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To celebrate Vikings Live, we have replaced our Roman alphabet with the runic alphabet used by the Vikings, the Scandinavian ‘Younger Futhark’. The ‘Younger Futhark’ has only 16 letters, so we have used some of the runic letters more than once or combined two runes for one Roman letter.

For an excellent introduction to runes, we recommend Martin Findell’s book published by British Museum Press.

More information about how we have ‘runified’ this site


Helen and Paris

Bucket-like jar, made in Campania about 350-340 BC

The goddess Aphrodite, having promised Paris the most beautiful woman in the world, brought him to Greece to seduce Helen, the wife of the Greek king Menelaos.

Helen is shown in the centre of this vase, adjusting her veil as she faces Paris, who holds his horse in readiness to the left. Aphrodite, at the far right, casually displaying her erotic attractions, surveys the meeting. Eros, the god of love, is seated at the bottom, apparently innocently playing with some animals, but his huge wings, extending upward behind Helen, suggest the influence he is exerting. Little surprise, then, that Helen ran off with Paris to Troy.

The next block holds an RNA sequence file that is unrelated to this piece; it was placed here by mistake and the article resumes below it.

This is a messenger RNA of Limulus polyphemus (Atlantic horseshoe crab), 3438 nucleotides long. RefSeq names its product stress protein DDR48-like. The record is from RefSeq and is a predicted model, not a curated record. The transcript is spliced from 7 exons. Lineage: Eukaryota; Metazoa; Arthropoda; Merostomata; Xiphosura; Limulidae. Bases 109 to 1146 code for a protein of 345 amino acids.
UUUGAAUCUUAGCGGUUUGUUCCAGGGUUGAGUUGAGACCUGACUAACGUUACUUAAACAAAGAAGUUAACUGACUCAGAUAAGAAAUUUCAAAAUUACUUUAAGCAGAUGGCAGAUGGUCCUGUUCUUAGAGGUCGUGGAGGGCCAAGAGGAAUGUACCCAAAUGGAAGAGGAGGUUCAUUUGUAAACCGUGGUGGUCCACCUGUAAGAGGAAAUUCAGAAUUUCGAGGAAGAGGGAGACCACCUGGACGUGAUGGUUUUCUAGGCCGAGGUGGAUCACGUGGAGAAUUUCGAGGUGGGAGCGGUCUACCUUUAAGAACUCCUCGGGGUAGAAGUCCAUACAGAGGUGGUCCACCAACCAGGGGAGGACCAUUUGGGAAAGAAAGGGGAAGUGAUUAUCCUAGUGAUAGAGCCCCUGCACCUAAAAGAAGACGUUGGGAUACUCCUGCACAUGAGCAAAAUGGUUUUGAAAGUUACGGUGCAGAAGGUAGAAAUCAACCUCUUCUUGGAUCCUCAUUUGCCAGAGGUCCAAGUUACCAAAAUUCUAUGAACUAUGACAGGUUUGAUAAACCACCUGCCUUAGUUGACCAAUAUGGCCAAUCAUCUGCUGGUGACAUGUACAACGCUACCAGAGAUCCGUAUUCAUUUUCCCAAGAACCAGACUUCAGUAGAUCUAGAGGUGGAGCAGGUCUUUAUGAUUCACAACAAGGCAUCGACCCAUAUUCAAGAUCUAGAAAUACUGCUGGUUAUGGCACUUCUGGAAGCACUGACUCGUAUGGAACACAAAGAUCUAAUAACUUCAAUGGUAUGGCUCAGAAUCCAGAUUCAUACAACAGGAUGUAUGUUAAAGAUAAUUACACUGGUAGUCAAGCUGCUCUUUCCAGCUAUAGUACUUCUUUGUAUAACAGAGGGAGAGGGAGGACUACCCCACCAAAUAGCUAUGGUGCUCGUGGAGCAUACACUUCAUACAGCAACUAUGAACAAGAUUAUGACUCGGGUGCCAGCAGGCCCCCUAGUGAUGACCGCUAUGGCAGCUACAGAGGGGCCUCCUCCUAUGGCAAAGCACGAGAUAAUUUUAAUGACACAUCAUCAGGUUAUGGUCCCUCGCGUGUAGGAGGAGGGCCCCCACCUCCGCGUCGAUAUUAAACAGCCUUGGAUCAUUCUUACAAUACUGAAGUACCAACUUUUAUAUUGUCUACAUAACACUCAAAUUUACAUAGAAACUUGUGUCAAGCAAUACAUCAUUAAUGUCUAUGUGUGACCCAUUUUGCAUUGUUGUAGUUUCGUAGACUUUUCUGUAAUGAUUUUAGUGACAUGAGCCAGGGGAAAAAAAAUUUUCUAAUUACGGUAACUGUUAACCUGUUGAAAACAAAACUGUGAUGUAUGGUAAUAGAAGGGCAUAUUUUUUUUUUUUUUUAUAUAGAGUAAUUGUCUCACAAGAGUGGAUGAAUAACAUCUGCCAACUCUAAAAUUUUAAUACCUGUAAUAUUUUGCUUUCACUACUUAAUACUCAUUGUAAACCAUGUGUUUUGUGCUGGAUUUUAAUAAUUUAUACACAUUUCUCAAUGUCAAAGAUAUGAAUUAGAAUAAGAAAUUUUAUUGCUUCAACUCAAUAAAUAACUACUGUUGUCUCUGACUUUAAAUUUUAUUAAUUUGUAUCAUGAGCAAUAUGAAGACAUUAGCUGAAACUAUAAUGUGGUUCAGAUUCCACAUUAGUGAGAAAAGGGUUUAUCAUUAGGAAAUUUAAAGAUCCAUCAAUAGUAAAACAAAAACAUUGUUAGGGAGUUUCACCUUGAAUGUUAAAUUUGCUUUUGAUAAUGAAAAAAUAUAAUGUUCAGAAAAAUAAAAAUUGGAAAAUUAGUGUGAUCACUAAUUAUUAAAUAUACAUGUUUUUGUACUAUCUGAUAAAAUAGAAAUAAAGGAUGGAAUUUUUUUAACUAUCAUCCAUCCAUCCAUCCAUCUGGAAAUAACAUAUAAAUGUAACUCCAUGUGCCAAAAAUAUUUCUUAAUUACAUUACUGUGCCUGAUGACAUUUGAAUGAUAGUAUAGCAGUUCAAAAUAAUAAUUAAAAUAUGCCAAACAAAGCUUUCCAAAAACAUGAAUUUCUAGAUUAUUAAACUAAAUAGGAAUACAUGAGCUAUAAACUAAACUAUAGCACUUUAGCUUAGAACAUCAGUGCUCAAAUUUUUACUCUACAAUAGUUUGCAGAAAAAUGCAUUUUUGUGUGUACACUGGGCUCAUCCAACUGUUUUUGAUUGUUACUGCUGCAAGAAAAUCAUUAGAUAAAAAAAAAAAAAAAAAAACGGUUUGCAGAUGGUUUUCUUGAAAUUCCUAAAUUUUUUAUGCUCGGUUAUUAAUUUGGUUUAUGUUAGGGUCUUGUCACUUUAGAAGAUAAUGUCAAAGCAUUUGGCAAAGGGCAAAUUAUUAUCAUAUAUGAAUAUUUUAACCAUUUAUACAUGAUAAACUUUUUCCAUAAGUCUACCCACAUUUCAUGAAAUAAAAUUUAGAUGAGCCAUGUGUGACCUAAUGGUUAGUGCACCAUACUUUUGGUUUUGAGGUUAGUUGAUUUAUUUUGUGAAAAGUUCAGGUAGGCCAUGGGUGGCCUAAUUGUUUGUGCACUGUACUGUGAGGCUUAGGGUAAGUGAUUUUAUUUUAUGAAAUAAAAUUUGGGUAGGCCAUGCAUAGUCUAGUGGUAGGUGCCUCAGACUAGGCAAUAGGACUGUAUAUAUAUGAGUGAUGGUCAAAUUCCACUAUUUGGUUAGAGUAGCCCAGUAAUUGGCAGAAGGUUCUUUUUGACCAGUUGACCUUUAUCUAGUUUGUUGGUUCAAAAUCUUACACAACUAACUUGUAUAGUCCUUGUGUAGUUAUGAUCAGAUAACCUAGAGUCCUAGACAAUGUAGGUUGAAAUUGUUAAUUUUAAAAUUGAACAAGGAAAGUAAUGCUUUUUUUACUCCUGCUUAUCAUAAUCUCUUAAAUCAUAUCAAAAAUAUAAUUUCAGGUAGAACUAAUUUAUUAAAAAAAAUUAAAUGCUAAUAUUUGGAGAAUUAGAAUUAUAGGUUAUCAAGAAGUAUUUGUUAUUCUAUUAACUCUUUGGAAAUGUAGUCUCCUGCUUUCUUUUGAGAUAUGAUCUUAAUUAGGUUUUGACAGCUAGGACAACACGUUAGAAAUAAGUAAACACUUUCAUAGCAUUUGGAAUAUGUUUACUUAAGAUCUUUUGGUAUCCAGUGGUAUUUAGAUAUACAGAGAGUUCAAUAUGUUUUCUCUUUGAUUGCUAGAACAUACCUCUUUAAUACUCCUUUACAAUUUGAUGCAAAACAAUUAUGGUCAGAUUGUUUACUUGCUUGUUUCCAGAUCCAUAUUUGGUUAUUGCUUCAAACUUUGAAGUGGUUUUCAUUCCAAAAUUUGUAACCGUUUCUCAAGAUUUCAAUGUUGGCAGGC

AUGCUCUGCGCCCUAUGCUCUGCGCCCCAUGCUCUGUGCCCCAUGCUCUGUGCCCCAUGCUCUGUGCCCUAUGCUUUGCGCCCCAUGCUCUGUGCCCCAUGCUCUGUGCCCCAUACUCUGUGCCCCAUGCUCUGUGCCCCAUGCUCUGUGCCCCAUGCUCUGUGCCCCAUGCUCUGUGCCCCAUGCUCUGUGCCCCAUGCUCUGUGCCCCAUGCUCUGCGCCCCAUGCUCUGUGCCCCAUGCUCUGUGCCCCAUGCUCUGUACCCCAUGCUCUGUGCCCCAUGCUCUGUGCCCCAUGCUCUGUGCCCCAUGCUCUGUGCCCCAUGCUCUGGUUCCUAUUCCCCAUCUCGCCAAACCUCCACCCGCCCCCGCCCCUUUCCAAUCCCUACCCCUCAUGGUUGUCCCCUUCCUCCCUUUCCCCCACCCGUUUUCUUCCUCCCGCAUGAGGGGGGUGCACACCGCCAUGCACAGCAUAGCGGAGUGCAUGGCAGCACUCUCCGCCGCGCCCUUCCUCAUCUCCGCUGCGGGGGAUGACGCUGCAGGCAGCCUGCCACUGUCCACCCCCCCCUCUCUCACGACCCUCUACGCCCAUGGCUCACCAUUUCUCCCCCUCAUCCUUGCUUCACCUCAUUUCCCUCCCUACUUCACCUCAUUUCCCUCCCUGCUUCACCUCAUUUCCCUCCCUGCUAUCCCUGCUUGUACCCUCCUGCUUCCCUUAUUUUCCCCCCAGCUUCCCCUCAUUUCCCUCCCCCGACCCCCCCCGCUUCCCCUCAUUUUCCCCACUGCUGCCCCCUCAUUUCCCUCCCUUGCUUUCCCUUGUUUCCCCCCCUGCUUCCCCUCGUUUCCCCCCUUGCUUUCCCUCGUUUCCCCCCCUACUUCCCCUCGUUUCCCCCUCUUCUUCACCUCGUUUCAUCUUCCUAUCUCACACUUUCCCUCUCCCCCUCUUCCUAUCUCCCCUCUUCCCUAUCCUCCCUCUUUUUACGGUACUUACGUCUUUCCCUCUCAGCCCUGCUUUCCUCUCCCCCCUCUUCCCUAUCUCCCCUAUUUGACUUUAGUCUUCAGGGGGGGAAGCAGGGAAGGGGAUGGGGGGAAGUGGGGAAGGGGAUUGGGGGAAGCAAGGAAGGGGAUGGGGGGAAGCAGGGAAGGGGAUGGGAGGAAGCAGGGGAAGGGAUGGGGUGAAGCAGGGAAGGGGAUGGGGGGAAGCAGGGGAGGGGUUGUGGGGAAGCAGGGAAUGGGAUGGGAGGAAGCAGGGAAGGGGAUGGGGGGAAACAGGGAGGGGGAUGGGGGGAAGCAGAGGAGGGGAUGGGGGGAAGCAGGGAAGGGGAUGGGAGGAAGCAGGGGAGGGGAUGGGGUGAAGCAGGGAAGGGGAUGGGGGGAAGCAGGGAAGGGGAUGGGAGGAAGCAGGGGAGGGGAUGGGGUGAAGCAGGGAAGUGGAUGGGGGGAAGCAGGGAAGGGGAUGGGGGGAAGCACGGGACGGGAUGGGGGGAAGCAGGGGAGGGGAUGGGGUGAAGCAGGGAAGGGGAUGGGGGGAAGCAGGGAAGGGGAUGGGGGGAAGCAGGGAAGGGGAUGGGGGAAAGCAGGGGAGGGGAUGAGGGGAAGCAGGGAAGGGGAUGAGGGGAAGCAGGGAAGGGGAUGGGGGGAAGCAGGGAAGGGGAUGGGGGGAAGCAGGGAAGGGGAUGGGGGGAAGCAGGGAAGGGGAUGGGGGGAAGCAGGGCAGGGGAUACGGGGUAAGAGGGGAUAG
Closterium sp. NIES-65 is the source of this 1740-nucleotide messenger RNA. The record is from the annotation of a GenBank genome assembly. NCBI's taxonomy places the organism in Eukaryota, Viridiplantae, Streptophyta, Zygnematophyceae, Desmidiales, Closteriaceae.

Before she was married, all of Helen's suitors had taken an oath to support whatever husband she chose, should anything happen. Menelaos recalled their oath to the suitors and mustered a large army to sail to Troy to recover Helen.

Thus began the Trojan War.